Did Russia pay high price for winning Georgia war?
It is responsible for economically troubled South Ossetia and may have spurred the European Union to seek alternative sources of energy.
Though the dispute over who started the war between Russia and Georgia has yet to abate, most experts agree that it erupted during the night of Aug. 7 with an apparently well-planned and massive Georgian attack on Tskhinvali, capital of South Ossetia, which had won its de facto independence from Georgia in a brutal civil war nearly two decades earlier.Skip to next paragraph
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About a dozen Russian peacekeeping troops died in that assault, prompting Moscow to send its North Ossetia-based 58th Army swarming through the Roki Tunnel the next day. Russian forces rapidly routed the Georgians and went on to briefly occupy a handful of Georgian towns such as Gori, where they destroyed Georgian weapons.
Many experts argue that Georgian President Saakashvili merely handed Russia the pretext it had long awaited. But while Russia may have won the war, in doing so it exposed potentially fatal weaknesses in its unreformed Soviet-era military machine. It also took on two expensive new dependencies – South Ossetia and Abkhazia – whose nominal independence no country in the world, other than Nicaragua, has joined Moscow in recognizing.
S. Ossetia an economic burden
South Ossetia, led by former wrestler Eduard Kokoity, could land Moscow a good deal of trouble in future.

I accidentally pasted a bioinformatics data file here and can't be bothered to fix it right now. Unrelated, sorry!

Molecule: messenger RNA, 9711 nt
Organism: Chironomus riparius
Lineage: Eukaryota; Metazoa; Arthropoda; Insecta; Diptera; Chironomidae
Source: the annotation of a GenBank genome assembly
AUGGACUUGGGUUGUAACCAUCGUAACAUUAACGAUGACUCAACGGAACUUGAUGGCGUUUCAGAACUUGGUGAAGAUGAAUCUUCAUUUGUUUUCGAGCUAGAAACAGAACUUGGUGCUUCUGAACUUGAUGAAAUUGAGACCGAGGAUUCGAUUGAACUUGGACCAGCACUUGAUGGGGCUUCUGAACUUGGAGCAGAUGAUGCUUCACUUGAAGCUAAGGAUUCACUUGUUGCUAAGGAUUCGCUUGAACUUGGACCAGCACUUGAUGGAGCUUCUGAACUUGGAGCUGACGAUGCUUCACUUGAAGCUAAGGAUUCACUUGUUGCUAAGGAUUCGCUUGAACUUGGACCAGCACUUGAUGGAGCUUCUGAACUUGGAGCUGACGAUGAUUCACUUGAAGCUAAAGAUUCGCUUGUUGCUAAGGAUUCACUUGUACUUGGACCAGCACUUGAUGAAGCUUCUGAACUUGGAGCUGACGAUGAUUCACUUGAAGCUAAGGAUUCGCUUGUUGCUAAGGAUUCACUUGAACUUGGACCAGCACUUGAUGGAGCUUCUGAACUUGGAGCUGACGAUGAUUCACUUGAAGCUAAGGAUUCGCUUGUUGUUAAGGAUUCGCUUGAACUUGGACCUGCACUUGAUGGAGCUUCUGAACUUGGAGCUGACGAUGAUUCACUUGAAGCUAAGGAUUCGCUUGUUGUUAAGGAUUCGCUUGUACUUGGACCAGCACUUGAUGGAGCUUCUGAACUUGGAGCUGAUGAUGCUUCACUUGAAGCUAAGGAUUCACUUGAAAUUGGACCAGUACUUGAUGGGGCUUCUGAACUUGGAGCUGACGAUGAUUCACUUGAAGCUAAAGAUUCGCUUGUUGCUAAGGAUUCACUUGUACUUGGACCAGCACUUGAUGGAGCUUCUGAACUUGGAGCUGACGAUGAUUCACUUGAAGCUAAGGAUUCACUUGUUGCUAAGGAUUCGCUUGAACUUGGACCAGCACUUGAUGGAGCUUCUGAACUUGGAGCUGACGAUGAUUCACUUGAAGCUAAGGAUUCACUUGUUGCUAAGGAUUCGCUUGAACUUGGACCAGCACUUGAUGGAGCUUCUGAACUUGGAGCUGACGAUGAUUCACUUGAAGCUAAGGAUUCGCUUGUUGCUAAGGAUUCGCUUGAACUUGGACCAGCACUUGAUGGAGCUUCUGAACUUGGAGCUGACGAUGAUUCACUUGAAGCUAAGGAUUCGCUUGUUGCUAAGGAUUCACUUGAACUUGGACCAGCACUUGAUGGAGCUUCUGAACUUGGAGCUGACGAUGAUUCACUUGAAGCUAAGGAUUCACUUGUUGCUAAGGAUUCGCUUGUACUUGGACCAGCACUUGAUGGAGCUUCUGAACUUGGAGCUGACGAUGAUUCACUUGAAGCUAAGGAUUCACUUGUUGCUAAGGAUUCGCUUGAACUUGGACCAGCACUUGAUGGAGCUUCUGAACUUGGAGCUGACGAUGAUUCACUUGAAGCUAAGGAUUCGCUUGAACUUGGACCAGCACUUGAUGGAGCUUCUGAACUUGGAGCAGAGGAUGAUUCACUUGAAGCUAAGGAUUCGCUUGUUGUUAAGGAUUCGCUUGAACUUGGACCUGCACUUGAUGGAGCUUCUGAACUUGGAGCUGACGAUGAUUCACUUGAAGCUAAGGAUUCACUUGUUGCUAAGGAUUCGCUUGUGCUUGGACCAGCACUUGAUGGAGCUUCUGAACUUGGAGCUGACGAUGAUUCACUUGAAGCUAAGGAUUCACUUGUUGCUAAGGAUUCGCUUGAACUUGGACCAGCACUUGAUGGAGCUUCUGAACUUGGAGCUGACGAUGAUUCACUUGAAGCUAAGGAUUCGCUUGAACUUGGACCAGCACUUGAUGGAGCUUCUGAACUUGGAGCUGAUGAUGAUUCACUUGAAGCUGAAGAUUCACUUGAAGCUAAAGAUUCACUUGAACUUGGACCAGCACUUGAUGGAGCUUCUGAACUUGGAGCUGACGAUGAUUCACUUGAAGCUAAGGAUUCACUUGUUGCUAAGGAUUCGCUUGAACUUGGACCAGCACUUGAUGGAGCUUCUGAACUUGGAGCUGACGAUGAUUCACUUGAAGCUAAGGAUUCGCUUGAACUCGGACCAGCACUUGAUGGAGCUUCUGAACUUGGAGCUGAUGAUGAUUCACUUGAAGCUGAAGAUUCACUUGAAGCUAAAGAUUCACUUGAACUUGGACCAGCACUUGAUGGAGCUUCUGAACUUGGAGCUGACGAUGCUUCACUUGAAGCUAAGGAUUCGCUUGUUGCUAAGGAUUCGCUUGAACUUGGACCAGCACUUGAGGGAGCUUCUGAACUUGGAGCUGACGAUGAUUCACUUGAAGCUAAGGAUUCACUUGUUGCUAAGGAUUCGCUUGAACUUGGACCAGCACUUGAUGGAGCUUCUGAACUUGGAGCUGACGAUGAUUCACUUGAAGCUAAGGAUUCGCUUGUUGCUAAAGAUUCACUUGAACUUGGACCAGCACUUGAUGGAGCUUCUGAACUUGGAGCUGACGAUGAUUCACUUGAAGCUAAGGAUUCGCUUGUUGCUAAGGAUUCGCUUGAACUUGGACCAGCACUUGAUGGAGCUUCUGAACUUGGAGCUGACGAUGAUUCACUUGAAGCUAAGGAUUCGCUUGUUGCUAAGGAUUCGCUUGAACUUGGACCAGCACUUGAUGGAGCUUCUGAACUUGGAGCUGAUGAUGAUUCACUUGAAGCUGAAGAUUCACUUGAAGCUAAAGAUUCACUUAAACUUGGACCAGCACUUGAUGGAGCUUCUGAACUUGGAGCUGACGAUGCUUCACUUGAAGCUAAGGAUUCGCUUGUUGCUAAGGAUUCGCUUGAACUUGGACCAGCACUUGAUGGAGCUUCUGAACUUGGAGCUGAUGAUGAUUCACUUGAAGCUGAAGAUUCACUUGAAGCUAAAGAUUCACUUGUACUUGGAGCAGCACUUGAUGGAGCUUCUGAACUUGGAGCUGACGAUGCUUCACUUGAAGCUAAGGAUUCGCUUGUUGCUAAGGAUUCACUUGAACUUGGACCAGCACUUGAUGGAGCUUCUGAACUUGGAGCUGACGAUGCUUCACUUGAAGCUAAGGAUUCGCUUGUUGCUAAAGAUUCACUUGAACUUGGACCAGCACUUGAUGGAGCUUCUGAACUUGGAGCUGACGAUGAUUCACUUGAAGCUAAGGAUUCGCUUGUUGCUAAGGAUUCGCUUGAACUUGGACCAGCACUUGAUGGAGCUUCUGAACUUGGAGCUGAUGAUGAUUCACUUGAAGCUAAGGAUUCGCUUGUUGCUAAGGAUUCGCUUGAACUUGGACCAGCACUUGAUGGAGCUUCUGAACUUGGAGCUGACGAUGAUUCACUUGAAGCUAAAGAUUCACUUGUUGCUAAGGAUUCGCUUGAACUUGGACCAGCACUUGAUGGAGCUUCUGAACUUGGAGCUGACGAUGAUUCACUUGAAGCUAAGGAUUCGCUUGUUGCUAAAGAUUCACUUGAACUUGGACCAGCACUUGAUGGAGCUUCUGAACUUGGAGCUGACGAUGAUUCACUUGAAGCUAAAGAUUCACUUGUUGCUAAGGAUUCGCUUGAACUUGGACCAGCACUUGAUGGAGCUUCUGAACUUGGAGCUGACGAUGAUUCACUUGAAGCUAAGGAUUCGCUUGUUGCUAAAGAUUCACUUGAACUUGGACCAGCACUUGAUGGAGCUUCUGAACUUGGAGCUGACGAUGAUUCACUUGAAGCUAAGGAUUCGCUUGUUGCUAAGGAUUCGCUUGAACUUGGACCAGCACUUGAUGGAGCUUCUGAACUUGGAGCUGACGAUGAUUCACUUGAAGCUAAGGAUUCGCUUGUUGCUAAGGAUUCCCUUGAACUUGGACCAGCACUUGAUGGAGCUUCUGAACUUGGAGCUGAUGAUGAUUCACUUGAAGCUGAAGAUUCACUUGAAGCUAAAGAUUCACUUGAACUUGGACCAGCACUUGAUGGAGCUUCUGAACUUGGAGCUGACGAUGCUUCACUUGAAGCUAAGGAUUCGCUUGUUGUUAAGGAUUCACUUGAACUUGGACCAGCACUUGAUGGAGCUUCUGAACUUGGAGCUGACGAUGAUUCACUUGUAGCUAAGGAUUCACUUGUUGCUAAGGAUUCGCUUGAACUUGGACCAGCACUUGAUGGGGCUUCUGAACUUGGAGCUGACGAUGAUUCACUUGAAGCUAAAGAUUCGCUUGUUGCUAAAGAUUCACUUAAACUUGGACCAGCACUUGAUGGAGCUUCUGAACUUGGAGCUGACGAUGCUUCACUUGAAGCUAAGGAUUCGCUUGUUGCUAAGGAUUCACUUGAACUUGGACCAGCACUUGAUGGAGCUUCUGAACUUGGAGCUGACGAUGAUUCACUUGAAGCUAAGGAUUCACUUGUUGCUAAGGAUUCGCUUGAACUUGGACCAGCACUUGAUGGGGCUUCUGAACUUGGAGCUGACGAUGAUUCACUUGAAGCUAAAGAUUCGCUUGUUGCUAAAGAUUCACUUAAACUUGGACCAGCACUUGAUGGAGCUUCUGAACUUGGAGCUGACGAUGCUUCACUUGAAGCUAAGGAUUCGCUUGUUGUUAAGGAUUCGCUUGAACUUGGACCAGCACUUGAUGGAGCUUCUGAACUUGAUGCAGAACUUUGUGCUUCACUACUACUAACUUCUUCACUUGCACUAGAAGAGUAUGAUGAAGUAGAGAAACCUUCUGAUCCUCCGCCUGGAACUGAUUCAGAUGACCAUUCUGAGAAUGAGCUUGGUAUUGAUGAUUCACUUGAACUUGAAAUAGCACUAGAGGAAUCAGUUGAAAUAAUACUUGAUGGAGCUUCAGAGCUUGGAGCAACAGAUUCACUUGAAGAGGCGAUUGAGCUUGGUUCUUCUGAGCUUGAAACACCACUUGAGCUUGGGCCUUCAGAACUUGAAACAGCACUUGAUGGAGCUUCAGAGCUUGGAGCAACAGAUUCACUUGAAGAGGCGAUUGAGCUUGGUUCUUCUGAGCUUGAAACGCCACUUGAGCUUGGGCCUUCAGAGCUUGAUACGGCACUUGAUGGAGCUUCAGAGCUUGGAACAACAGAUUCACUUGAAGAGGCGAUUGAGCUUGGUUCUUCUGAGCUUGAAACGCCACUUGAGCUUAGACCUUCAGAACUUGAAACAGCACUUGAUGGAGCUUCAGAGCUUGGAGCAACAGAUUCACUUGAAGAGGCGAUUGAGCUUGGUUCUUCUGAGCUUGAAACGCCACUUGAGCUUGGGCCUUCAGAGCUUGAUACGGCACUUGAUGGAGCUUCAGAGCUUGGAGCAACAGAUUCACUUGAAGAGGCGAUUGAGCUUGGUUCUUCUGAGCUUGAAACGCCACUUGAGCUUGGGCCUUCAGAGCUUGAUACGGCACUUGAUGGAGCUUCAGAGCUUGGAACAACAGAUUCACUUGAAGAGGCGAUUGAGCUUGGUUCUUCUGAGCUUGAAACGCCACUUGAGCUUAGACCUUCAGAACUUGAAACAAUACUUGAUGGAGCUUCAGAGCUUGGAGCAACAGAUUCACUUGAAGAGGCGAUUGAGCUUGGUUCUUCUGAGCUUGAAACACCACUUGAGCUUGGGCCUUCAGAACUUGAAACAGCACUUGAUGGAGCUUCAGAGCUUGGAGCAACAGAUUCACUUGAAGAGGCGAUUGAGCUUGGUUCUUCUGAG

Some experts say the tiny republic of around 60,000 has become an economic burden. South Ossetia's border with Georgia was completely sealed by Russian forces following the war, killing a once-thriving trade between the two. Commerce through the lone tunnel connecting South Ossetia to Russia is scant.
South Ossetian officials dismiss such concerns, saying the territory will soon be economically viable.
"South Ossetia is rebuilding slowly and surely from the war initiated by Georgia in 2008," says David Sanakoev, Special Assistant to President Kokoity. "There are hardships in this postwar period, but our people are strong and resilient."
Mr. Kokoity appears to have an appetite for more conflict. This week he appealed for a larger Russian troop presence than the 1,500 Russia plans to base permanently in South Ossetia and "more serious weaponry" with which to face down Georgia. In an interview with Russia's official RIA-Novosti, Kokoity provocatively suggested seizing "historically Ossetian" territories that remain well inside of postwar Georgia.
"Russia needs to make sure that everything Kokoity does gets fully coordinated with Moscow," says Fyodor Lukyanov, editor of Russia in Global Affairs, a Moscow-based foreign policy journal. "Kokoity is trying to establish himself as the best friend and strongest ally of Russia. But he has personal ambitions that should be of great concern. The local authorities in South Ossetia might well have an interest in renewed conflict."
The war may also have undermined Russia's wider energy strategy by alarming its neighbors and encouraging the European Union to move more assertively on the long-delayed Nabucco pipeline project, which would bring up to 20 billion cubic meters of Central Asian gas to Western markets by 2014, bypassing Russia.
"Nabucco is largely a political project, stimulated by fear of Russia as a result of last August's war," says Mr. Lukyanov. "In future, Russia can expect sharpening competition for regional resources."
Even Russia's biggest gain from the war, the delay of NATO expansion into the post-Soviet region, does not look so solid, say some analysts.
"Russia stopped too soon, and did not press its gains," says Alexander Dugin, an influential Russian ultranationalist.
He argues that efforts by the US to "encircle Russia" by drawing Georgia and Ukraine into the Western military alliance will continue. "We won a battle in Georgia last year, but we have not won the war," Mr. Dugin says.
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